Use meaty ribs
You want to use nice meaty ribs. If you’re struggling to find them at the supermarket then I suggest getting them from the butcher.  The less meaty the ribs, the quicker the cooking time so you want to keep and eye on them.
Note 1 – Indirect heat
You need to set your BBQ up for indirect cooking – so you want a barrier in between the heat and the meat. Some BBQ’s have a ceramic plate in between the charcoal/wood and the grill surface (such as Kamado Joe or Green Egg). Sometimes the heat source/charcoal area is off to one side – so the grill part you’re cooking on isn’t directly over the coals.This means it will be the hot air/smoke that is cooking the ribs slowly – not the heat source itself. This will help you get those nice juicy ribs.
Here’s a video we found to show how to set up indirect heat on a Kamado Joe BBQ. I’d recommend searching You Tube for how to do this for your own specific BBQ.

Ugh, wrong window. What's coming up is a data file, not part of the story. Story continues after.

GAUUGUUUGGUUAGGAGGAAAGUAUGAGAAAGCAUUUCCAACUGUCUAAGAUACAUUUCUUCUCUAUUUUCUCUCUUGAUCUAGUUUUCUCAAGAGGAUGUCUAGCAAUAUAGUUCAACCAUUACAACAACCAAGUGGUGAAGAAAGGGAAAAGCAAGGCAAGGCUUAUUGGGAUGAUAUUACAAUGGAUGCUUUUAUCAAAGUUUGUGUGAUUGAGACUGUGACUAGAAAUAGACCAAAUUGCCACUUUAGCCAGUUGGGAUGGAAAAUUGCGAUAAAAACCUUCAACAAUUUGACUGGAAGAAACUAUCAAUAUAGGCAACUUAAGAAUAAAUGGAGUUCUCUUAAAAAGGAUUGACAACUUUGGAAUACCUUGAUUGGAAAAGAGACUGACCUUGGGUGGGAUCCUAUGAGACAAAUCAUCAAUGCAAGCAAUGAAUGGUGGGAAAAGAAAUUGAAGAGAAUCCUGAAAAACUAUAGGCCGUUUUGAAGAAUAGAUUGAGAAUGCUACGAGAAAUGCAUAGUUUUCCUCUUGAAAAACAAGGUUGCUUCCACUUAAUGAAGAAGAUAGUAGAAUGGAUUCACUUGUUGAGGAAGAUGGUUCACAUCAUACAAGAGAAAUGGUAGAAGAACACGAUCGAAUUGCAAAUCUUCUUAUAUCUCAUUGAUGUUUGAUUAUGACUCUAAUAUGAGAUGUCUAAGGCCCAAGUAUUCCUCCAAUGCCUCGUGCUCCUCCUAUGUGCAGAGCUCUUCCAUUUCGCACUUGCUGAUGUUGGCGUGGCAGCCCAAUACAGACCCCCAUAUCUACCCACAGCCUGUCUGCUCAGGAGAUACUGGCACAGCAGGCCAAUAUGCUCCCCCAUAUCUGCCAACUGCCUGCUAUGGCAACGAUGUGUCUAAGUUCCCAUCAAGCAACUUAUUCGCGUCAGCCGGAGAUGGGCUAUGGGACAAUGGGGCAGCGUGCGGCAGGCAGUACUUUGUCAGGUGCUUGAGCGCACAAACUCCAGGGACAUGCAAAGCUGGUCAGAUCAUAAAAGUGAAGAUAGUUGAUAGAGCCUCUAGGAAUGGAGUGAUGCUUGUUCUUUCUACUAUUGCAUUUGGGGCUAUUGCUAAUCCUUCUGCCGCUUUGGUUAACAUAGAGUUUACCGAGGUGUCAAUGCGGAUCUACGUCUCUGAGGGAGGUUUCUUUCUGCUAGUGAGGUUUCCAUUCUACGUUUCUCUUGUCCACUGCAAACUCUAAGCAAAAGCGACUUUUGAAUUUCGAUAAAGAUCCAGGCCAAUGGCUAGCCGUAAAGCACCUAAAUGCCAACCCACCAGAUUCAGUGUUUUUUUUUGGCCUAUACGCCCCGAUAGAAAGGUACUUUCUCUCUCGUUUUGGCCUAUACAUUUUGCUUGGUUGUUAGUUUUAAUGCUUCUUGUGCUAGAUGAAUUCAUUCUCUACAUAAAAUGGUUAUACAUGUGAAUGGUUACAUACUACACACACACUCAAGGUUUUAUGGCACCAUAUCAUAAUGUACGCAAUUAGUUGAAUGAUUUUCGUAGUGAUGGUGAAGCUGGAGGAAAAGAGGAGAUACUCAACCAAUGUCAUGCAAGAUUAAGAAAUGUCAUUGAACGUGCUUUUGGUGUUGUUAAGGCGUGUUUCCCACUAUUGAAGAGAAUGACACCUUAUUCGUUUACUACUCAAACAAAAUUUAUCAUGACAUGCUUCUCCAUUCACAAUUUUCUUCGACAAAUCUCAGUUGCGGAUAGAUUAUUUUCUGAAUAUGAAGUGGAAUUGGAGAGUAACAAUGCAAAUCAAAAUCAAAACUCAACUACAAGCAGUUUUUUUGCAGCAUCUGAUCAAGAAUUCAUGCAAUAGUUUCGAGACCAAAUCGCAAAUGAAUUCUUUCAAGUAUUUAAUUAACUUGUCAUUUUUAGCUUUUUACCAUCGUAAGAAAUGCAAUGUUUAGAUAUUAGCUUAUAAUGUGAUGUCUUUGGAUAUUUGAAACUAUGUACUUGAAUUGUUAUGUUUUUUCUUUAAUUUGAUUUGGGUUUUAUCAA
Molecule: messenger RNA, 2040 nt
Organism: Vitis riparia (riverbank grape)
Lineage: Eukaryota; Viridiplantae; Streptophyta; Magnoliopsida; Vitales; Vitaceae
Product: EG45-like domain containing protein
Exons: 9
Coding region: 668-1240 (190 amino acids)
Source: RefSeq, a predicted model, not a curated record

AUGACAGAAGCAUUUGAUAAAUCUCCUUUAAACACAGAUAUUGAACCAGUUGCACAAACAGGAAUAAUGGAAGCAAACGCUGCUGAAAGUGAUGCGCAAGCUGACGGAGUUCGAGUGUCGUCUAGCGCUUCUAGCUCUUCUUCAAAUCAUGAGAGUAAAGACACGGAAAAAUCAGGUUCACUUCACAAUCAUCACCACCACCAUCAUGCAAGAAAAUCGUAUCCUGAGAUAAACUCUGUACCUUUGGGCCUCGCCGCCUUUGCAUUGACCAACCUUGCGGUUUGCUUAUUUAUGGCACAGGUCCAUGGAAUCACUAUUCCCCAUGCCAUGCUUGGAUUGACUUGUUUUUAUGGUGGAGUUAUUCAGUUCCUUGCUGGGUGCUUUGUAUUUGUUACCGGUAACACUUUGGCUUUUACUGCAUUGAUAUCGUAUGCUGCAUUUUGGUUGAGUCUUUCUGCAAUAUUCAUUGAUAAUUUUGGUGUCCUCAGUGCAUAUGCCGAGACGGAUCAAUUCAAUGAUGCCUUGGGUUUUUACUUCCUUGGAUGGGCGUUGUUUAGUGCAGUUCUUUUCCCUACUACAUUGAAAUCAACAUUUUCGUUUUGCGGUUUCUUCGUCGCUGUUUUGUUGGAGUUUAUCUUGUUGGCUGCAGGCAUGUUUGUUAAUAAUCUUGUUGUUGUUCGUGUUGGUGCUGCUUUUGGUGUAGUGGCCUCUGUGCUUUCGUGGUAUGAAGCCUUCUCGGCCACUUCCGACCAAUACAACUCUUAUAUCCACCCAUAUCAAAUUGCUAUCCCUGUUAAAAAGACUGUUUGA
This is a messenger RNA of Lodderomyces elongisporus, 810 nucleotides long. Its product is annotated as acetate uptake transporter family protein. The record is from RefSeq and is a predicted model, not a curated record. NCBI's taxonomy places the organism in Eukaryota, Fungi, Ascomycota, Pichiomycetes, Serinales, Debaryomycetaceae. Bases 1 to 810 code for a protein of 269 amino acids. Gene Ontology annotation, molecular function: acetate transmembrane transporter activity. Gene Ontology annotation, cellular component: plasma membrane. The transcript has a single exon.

Note 2 – Removing the membrane
To remove the membrane from the inside of the ribs, use butter knife or spoon to get in between one of the bones and the membrane, creating a gap. Then, using a paper towel for extra grip, slowly pull the membrane away and discard it.See the image in the post above to see what this looks like.
Note 3 – Liquid
The foil tray of water/stock adds some moisture to the circulating air – helping to keep the meat moist as it cooks.
Note 4 – Cooking time
We want to cook the ribs until the meat is starting to pull back from the bones and almost starts to break apart when you lift it from the centre, the total cooking time will vary depending on how meaty your ribs are. I cook these ribs until the meat pulls away from the bone, is nice and juice but still has a bit of a bite to it.
Nutritional information is approximate per rib – based on using 20 ribs altogether.
Calories: 143kcal | Carbohydrates: 2g | Protein: 8g | Fat: 12g | Saturated Fat: 4g | Polyunsaturated Fat: 2g | Monounsaturated Fat: 4g | Trans Fat: 0.1g | Cholesterol: 39mg | Sodium: 322mg | Potassium: 132mg | Fiber: 0.1g | Sugar: 1g | Vitamin A: 66IU | Vitamin C: 0.03mg | Calcium: 12mg | Iron: 1mgNutrition information is automatically calculated, so should only be used as an approximation.